Former Bangor mayor won’t run for re-election as city councilor

Posted Aug. 09, 2011, at 3:56 p.m.
Bangor City Council member Gerry Palmer Jr. listens to members of the public during a debate at Bangor City Hall in November 2009. Longtime Bangor City Councilor and former Mayor Palmer said Tuesday he will not seek re-election this fall, opting instead to retire and return to being an “active Bangor citizen.”
Bangor City Council member Gerry Palmer Jr. listens to members of the public during a debate at Bangor City Hall in November 2009. Longtime Bangor City Councilor and former Mayor Palmer said Tuesday he will not seek re-election this fall, opting instead to retire and return to being an “active Bangor citizen.”

BANGOR, Maine — Longtime Bangor City Councilor and former Mayor Gerry Palmer said Tuesday he will not seek re-election this fall, opting instead to retire and return to being an “active Bangor citizen.”

The 63-year-old Palmer will also concentrate on being a father, grandfather, homeowner-builder, and managing partner of the Palmer Lee & Grace career management agency.

“I’m calling it a career,” said Palmer, who is building a new ranch-style house with his wife, Susan, on outer Broadway in Bangor. “I’m a busy guy and [was] for many, many years and I think this is the right time. The success of the arena really seemed to make this the right time for me.”

Palmer was on hand at Bass Park last Thursday to plunge one of 11 chrome-plated or golden shovels into the earth as part of the ceremonial groundbreaking for the new Bangor arena and event center.

“Breaking ground for the new arena was very meaningful to me,” the University of Maine graduate said. “I’ve been pushing for that since 1997.”

Palmer added, “I’m very excited about the future of Bangor. I’ve done all I wanted to do.”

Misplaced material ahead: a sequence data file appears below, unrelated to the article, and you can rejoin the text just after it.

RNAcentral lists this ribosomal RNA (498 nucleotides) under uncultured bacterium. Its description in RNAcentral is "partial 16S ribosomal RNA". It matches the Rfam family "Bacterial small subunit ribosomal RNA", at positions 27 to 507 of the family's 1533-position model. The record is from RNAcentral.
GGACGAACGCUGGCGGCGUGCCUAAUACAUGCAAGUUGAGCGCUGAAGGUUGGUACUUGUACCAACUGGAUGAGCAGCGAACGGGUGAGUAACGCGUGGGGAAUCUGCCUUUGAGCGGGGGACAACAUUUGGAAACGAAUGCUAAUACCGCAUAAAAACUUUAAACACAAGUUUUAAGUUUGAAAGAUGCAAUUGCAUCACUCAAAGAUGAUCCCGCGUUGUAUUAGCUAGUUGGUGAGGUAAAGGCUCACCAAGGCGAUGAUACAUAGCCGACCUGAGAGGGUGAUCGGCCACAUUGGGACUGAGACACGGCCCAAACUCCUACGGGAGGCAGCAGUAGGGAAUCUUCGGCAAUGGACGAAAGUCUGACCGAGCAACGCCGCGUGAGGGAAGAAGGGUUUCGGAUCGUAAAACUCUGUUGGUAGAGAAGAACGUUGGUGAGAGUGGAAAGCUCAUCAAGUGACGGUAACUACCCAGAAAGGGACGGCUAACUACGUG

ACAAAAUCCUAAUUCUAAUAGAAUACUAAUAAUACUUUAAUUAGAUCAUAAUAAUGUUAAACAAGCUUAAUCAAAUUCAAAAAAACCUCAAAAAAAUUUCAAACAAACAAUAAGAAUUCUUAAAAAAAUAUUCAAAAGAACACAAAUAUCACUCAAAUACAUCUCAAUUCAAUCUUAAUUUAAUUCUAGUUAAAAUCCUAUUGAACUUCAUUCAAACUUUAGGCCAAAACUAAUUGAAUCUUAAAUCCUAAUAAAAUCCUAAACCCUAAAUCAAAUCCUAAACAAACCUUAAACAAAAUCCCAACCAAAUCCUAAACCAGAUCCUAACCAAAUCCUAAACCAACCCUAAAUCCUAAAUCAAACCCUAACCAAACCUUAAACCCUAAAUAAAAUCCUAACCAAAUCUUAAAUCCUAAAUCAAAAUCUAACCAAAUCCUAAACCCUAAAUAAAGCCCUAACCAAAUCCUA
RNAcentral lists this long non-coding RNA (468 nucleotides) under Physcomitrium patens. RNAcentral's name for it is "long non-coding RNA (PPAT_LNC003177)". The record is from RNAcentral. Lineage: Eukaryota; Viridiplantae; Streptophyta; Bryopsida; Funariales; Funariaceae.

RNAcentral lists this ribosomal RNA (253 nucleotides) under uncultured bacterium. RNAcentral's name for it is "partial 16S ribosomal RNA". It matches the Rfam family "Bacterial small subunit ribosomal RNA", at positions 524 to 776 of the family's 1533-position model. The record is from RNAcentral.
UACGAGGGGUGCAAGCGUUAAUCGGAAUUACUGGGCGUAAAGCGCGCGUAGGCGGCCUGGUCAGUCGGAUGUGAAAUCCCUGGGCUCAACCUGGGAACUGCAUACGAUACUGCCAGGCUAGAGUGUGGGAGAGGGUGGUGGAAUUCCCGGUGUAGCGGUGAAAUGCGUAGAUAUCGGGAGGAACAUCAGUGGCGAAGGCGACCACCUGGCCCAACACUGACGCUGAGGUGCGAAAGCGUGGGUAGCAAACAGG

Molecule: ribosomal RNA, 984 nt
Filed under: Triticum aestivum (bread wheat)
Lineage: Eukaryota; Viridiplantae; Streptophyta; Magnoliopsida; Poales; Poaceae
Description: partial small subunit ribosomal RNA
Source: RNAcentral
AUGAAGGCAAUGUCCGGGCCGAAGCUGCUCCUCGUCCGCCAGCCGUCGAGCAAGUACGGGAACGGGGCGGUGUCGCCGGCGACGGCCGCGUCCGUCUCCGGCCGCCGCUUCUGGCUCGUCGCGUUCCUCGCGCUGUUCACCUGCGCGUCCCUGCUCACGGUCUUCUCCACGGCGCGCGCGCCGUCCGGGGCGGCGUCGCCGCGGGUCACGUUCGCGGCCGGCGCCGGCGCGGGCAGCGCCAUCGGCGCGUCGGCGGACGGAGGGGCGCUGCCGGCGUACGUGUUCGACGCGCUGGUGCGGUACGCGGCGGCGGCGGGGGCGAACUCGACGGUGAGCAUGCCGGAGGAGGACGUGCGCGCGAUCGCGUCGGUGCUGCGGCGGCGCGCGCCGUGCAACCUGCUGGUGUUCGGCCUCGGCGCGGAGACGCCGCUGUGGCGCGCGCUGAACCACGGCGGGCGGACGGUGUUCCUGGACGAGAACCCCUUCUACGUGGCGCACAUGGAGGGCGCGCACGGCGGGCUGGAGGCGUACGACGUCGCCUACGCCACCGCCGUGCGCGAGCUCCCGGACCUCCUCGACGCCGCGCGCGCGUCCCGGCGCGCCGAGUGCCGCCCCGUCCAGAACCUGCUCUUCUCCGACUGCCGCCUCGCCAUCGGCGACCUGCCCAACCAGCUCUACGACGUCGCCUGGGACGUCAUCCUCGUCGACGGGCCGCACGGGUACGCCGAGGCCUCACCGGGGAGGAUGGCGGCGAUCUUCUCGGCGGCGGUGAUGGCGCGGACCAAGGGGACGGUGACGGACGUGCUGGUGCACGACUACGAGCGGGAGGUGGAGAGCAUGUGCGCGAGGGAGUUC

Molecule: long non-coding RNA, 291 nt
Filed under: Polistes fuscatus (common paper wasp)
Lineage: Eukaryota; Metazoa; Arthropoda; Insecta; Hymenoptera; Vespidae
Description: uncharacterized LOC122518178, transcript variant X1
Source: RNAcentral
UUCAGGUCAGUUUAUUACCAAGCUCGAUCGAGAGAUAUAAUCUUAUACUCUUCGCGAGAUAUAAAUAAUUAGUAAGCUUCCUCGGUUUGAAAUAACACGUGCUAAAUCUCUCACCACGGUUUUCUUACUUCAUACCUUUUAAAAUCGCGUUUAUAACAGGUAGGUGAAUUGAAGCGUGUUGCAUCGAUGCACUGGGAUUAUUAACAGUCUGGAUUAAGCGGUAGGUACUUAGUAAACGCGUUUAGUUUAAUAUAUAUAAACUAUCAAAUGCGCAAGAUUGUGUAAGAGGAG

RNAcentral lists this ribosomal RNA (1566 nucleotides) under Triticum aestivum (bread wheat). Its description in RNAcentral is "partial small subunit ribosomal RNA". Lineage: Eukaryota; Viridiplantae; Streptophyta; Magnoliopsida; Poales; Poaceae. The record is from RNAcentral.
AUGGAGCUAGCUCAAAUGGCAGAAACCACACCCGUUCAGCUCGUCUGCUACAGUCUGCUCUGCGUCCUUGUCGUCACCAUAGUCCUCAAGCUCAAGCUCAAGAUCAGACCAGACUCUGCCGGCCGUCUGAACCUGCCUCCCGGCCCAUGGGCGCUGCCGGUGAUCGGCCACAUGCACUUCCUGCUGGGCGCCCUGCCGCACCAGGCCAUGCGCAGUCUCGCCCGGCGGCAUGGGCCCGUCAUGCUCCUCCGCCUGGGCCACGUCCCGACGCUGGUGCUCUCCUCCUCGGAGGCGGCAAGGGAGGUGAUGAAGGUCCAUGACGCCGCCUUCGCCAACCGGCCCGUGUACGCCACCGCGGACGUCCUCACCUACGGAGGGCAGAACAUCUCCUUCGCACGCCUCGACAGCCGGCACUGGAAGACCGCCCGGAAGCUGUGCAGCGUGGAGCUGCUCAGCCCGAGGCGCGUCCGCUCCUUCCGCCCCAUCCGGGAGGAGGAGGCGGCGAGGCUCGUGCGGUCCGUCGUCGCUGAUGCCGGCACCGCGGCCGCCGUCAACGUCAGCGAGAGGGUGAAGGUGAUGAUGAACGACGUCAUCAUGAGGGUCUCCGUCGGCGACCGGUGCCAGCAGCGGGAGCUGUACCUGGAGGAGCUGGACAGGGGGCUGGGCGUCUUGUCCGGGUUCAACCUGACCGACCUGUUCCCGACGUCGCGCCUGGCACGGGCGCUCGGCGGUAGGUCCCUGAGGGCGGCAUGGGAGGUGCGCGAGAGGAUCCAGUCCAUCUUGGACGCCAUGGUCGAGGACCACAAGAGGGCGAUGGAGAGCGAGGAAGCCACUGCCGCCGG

Pat Blanchette, the only member of the Bangor City Council with a longer tenure than Palmer, said few are as tenacious as Palmer.

“He’s like a little pit bull,” Blanchette said with a chuckle. “He gets something in his jaw and he’s never letting it go until it’s done, and he’s been the biggest advocate we’ve had for the new arena.”

Palmer, who is serving his fifth term, has seven children and three grandchildren.

He first ran for office in the mid-1990s with the same mindset he’s retiring with now.

“I have a tremendous amount of passion for this city. I’ve run six times and been elected five,” said Palmer, who was born on the corner of State and Birch streets at the former James A. Taylor Osteopathic Hospital. “I ran for a lot of reasons. I felt Bangor could do more. Bangor is my native city and I feel sometimes we are a little too humble and not as big-thinking as we could be.”

Blanchette said she’ll miss the Bangor City Council’s resident historian, whom she has come to call a personal friend and with whom she has coffee each Saturday.

“I guess what comes to mind most for me … when I think of Jerry is as someone who just loves Bangor,” she said. “He is so proud of Bangor, having been born here and coming back after moving away. He always [promotes] Bangor. He’s been one of the quiet, driving forces behind the Folk Festival.”

Palmer will still have plenty of things to occupy his time.

“It’s a tremendous commitment to be on the council. You need to be in there 15-20 hours a week to do the job justice,” Palmer said. “It’s time for someone new to take the job.”

Potential replacements for Palmer can pick up nomination papers to run for his seat as early as Wednesday.

Palmer said he’s proud of many city developments or projects that he has been part of, but cited a few as being particularly meaningful to him.

“I have a lot of treasured memories of progress and our relationship with Saint John, New Brunswick, and our sister city in Harbin, China. There are many, many things,” he said. “Getting Hollywood Slots here in town to revitalize the area, and watching Cianbro grow and send the first modules down the river — there are a lot of things to be proud of.”

Including his beloved city in general.

“I was downtown one night last weekend and heard the tin drums in West Market Square, and you had J. Geils Band, and people all over the place downtown and walking on the sidewalks,” Palmer said. “It’s a fun place to be now. I can’t think of a better place to live than Bangor.”

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